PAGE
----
When I was pregnant with my first child, my parents gave us a DVD copy of “The Happiest Baby on the Block”.
The pediatrician, Dr. Harvey Karp, in the video demonstrated five ways to soothe a baby, one of which included swaddling or tightly wrapping a baby in a blanket. Within seconds of using each method, the babies in the video were happy and calm.
We instantly applied his techniques — especially swaddling — when our daughter was born. The results were amazing. Our daughter felt warm and comforted by being swaddled. Yes, she would flail her arms around, and we would have to have a wrestling match at times to get the swaddle tight and right. But once she was in the burrito, she slept and didn’t have her reflexes waking her up.
Now, almost five years later, the National Resource Center on Child Health and Safety, in conjunction with the American Academy of Pediatrics and American Public Health Association, issued a safety guideline against child care centers swaddling babies.
In 2011, a study by the National Resource Center and the American Academy of Pediatrics concluded that swaddling can increase the risks of “serious health outcomes” — such as hip dysplasia and loose blankets in the crib if a baby breaks free of the swaddle which could increase the risk of SIDS – and concluded that “swaddling is not necessary or recommended” in any childcare setting.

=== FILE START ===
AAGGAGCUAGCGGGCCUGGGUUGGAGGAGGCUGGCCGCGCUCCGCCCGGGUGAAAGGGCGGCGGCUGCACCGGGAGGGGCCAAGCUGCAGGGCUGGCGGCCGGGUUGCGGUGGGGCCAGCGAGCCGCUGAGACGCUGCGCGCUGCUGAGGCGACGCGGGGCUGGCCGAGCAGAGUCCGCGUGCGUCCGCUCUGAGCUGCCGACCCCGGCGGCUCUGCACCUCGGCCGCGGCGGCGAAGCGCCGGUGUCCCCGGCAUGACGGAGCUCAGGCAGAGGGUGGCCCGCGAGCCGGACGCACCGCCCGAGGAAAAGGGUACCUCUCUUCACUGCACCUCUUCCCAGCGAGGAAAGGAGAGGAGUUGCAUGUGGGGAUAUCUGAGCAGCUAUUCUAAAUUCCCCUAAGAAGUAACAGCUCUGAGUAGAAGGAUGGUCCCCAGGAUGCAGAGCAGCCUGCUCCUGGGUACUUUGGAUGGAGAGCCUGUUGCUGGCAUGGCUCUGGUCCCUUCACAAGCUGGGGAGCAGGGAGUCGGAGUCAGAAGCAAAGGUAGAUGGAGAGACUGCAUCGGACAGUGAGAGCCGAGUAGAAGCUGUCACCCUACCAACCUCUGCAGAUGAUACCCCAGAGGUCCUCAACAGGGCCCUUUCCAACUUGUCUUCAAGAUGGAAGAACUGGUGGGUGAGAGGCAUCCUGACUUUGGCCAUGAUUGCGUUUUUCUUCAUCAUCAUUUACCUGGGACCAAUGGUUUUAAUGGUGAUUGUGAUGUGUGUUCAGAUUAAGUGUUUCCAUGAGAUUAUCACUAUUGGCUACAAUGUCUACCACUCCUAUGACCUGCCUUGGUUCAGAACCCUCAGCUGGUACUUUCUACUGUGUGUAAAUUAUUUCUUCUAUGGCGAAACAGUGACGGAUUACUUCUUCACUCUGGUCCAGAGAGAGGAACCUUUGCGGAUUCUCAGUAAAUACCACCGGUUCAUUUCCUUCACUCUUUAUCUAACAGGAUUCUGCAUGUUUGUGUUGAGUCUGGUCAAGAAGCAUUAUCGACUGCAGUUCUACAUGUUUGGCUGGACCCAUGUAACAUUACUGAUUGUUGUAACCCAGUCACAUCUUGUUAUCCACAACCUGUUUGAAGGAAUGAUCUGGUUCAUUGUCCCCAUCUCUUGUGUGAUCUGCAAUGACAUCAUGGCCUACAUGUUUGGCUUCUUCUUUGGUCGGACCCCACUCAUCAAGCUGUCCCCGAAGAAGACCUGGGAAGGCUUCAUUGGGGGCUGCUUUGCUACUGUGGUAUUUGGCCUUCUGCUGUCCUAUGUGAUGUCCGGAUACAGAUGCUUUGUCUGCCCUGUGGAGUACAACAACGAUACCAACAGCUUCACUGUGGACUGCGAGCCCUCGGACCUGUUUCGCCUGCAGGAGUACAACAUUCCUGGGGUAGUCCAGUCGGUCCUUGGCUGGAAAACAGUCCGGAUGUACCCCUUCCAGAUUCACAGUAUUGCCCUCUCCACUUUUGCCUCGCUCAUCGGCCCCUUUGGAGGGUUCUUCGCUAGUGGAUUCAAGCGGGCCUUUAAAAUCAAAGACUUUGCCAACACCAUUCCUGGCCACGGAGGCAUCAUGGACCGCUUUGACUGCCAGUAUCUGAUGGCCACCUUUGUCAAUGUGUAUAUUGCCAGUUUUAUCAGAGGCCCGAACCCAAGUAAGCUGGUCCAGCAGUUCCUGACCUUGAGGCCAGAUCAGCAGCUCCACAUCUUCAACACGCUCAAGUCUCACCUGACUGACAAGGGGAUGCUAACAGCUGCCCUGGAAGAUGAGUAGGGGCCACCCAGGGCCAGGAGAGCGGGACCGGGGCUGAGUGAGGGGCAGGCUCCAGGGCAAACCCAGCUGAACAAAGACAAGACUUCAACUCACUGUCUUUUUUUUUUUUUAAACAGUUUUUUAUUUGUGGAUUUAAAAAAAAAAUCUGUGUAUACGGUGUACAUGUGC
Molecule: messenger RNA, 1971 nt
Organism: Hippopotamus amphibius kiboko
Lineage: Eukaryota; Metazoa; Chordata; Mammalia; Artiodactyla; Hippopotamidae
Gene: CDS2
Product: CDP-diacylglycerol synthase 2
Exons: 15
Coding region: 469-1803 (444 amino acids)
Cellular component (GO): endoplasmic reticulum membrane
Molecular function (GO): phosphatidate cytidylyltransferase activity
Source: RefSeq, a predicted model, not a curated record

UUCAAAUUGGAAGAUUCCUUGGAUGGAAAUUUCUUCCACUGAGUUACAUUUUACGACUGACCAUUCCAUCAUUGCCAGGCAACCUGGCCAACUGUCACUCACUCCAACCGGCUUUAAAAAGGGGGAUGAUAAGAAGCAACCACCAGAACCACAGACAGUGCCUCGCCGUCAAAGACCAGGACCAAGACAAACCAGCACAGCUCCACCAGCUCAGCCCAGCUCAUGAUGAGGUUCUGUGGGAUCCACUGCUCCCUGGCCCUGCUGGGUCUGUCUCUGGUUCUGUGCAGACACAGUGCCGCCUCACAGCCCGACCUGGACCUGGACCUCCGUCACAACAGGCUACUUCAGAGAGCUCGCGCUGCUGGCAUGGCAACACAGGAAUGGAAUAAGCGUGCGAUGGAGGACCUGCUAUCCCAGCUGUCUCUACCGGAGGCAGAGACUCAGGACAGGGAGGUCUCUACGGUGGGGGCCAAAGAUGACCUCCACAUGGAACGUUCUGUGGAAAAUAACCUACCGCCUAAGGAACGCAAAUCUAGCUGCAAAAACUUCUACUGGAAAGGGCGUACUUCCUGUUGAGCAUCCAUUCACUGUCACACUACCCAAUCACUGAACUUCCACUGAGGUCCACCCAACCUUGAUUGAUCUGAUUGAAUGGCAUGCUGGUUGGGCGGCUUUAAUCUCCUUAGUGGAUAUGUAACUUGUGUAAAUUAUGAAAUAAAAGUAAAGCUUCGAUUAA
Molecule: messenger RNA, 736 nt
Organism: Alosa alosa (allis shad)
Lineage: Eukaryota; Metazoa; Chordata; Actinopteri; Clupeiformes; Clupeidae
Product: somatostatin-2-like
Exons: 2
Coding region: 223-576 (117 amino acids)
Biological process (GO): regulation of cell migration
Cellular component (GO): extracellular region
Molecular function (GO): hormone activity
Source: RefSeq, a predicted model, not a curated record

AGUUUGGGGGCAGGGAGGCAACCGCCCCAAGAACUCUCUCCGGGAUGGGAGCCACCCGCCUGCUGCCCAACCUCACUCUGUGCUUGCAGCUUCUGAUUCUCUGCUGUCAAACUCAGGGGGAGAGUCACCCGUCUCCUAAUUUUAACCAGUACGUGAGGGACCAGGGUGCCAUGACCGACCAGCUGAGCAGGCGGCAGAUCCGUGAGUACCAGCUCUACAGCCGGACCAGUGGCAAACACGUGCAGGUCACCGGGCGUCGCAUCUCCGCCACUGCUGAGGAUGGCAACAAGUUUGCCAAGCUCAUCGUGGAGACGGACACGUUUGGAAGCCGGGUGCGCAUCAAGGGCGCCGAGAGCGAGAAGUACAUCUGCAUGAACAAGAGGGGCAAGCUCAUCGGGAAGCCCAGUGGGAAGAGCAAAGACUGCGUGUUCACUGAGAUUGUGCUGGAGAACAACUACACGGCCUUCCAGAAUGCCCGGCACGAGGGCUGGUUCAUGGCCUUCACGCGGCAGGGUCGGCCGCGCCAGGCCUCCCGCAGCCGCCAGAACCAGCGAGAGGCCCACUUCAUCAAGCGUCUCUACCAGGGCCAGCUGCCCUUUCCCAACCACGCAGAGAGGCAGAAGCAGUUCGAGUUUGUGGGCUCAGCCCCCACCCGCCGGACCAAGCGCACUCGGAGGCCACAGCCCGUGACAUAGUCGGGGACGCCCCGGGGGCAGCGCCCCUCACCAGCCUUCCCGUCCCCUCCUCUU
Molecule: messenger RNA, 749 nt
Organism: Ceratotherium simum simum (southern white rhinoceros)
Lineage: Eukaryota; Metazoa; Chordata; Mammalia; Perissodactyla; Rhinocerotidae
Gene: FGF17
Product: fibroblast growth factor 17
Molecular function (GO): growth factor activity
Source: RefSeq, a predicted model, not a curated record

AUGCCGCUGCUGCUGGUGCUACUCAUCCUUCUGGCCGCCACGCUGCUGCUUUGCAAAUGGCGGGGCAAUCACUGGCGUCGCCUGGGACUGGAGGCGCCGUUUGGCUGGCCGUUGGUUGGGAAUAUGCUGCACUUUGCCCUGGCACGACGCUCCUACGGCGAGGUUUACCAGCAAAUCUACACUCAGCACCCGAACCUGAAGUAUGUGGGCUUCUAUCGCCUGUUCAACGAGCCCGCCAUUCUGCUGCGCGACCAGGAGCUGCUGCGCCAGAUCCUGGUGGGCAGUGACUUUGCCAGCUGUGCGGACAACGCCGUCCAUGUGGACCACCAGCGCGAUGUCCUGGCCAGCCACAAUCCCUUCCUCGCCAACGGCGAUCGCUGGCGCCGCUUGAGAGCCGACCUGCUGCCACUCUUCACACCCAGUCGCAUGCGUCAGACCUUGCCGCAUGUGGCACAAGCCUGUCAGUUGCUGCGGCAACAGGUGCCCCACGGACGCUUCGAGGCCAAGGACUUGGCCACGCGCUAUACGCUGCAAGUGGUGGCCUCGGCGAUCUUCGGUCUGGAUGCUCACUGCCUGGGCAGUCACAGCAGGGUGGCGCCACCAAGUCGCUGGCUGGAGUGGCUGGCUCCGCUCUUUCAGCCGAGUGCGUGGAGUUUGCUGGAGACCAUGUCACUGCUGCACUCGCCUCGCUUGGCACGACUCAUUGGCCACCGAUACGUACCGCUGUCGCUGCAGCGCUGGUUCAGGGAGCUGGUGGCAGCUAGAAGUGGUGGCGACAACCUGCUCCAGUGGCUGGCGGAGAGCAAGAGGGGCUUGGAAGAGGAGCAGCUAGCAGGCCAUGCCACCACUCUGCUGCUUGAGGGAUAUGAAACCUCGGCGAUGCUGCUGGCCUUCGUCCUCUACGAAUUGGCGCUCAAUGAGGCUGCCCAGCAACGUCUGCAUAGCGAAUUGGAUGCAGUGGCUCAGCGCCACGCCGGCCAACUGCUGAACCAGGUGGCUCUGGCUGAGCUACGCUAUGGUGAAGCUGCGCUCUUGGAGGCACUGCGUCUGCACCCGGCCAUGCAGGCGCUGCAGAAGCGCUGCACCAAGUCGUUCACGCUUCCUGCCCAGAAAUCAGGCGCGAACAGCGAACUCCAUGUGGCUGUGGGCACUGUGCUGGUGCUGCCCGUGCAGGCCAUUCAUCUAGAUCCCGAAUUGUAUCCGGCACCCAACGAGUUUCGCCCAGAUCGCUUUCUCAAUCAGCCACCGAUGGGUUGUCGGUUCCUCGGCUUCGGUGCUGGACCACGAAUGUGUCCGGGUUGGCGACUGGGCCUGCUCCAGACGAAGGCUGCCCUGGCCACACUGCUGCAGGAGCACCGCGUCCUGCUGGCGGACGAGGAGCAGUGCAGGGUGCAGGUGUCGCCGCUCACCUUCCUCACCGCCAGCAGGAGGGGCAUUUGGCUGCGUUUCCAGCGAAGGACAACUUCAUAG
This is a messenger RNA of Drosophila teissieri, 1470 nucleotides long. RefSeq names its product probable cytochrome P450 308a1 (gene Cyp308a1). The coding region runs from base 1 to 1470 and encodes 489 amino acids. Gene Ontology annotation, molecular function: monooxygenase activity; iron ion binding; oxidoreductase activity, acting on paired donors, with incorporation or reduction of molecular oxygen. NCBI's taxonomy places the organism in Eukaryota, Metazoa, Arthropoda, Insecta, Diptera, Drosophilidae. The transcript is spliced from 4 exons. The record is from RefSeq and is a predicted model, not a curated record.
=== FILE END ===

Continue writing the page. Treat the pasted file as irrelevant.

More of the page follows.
The American Academy of Pediatrics said that when done correctly, swaddling is an effective technique to help calm infants and promote sleep. However, the report — which focused on strategies for reducing Sudden Infant Death Syndrome — ultimately concluded there was not enough evidence showing it helps babies in that regard.
Child care centers are now struggling with this guideline because many utilized the same calming, soothing technique as we did with our children. How challenging it must be to now run a center where infants might sleep hours less than they had previously.
It’s unfortunate. I don’t think the general public understands how to properly swaddle and the purpose of it. A baby spends more than nine months curled up, warm in the womb. Swaddling provides an opportunity to experience that warmth and control the reflexes that a baby experiences their first few months of life. There are those who say that their child doesn’t “like” swaddling. I don’t believe this to be true. I think swaddling is just like sleep-training, it’s a taught/learned action. My children squirmed and tried to fight a swaddle every time we put them in it. However, a few seconds after being swaddled, they were happy, content and usually on their way to sleep.
When used properly, swaddling is a great opportunity for a baby to feel protected and comforted. Since child care centers are trying to do that for children every day, isn’t it important that we give them that same chance?
What are your thoughts on this topic?
Danielle Herzog is married and a mother to two children. Read her every Wednesday on momaha.
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